Operant & Cognitive Approaches 

    Operant Conditioning a.k.a. instrumental conditioning - conditioning in which an operant response 
is brought under stimulus control by virtue of presenting reinforcement contingent upon the occurrence 
of the operant response. Operant conditioning pairs a response with a reinforcement in discrete trials; 
reinforcement occurs only after the response is given.
 
   Thorndike's law of effect - Of several responses made to the same situation, those which are 
accompanied or closely followed by satisfaction to the animal will, other things being equal, be more 
firmly connected with the situation, so that, when it recurs, they will be more likely to recur; those which 
are accompanied or closely followed by discomfort to the animal will, other things being equal, have their 
connections with that situation weakened, so that, when it recurs, they will be less likely to occur. The 
greater the satisfaction or discomfort, the greater the strengthening or weakening of the bond.

    Skinner developed the theory of "operant conditioning," the idea that we behave the way we do 
because this kind of behavior has had certain consequences in the past.

    Shaping is a term used in animal psychology to describe a process in which an animal is trained to 
perform a complex behavior in stages. In shaping the importance of immediate reinforcement is obvious.

   Superstitious behavior occurs when behavior is reinforced by accident.

Reinforcers

Reinforcement - an act performed to strengthen approved behavior.

     Positive reinforcement - presentation of a stimulus to increase the likelihood that a behavior will occur again.
     Negative reinforcement - removal of a stimulus to increase the likelihood that a behavior will occur again.

Punishment - an act performed to decrease unapproved behavior.

     Positive punishment - eg. giving a spanking to decrease unapproved behavior.
     Negative punishment - eg. taking away an allowance to decrease unapproved behavior.

              Primary reinforcer: something innately satisfying.
                    Secondary reinforcer: a learned satisfaction.

Schedules of Reinforcement

Continuous reinforcement - System of behavior modification in which certain behaviors are always rewarded 
or punished, leading to rapid learning of desired responses. Used in the initial stages of operant conditioning.

Partial reinforcement schedules (effective in maintaining behavior over the long run):

Fixed-ratio schedules are when the organism receives reinforcement at a fixed rate, according to the number 
of responses emitted.
 
Fixed-interval schedules are when the organism receives rewards for its responses only after a fixed amount of 
time. For example, reinforcement may be introduced every 3 minutes, regardless of the number of responses
 
A variable-ratio schedule of reinforcement is when an organism receives a reward for a certain percentage of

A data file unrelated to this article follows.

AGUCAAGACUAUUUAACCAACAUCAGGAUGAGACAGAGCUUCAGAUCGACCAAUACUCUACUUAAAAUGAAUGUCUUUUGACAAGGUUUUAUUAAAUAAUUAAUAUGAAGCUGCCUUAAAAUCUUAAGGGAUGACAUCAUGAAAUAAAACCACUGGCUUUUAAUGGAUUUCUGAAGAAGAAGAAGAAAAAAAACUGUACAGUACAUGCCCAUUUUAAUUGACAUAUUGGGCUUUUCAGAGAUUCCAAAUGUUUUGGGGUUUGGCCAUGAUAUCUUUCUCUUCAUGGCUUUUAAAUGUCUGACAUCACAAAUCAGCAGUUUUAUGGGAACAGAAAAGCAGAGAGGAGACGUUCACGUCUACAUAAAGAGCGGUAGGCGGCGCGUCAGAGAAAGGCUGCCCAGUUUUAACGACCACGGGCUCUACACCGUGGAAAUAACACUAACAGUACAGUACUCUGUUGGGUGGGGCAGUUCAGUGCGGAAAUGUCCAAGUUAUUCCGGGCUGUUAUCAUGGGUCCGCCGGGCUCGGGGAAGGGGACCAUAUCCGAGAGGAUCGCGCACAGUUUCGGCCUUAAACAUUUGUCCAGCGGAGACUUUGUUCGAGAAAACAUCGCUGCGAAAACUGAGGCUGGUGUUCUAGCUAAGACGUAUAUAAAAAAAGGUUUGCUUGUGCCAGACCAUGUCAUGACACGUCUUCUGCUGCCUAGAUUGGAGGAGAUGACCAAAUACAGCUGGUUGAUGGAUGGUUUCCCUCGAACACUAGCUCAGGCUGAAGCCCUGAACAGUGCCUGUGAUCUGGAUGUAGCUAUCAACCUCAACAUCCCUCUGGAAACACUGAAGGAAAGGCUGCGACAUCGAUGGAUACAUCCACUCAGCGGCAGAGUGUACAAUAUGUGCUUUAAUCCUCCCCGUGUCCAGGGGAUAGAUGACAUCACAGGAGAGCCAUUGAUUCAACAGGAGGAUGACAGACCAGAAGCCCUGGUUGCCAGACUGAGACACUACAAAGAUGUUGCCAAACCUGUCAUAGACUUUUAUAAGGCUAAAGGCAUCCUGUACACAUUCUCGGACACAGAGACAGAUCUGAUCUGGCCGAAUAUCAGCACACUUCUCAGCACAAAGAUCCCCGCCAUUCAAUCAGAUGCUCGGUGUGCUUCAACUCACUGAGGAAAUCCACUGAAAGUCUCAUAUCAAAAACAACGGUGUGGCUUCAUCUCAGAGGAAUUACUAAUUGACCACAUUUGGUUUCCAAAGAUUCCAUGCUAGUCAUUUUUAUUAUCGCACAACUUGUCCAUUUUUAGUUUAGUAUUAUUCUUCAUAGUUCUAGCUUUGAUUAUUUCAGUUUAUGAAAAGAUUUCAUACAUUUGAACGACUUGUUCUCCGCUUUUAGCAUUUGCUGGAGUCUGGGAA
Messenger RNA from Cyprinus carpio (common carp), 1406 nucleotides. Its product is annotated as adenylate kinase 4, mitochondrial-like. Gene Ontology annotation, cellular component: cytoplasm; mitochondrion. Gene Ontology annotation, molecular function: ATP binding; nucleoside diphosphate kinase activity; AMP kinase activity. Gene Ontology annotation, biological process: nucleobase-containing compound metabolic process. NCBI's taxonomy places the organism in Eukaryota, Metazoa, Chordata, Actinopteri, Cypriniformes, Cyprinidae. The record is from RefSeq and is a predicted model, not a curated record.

behaviors that are emitted, but this percentage is not fixed
 
A variable-interval schedule of reinforcement is an operant conditioning procedure in which an organism 
receives a reward for its responses after an amount of time that is not constant." 
 
More Concepts

  Generalization

    -  occurs when an animal or a person emits the same response to similar stimuli.
    -  is the tendency for a stimulus similar to the original conditioned stimulus to elicit a response similar to 
the conditioned response.

        Discrimination

    -  occurs during classical conditioning when an organism learns to make a particular response to some 
stimuli but not to others.

           Extinction
 
   -  refers to a procedure in which a conditioned stimulus is repeatedly presented without the unconditioned 
stimulus.
   -  occurs when the conditioned stimulus tends to no longer elicit the conditioned response.
  
            Spontaneous Recovery
 
   -  is the tendency for the conditioned response to reappear after being extinguished, even though there have 
been no further conditioning trials.
 
Cognitive Conditioning (Learning)

    Edward Tolman - The cognitive map is a mental representation in the brain of the layout of the environment 
& its features.

    Albert Bandura - The observational learning hypothesis is supported by the classic Bobo Doll experiment.

Bandura's Social Cognitive Learning; four processes:

  The observer must pay ATTENTION.
       The observer must store the information in MEMORY.
           The observer then must be able to use the stored knowledge in IMITATION.
              The observer must have the MOTIVATION to do so.

New  Insight learning (Kohler), (the "ah ha" experience) is another example of cognitive learning.
 
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                 Topics in Psychology
                      Robert C. Gates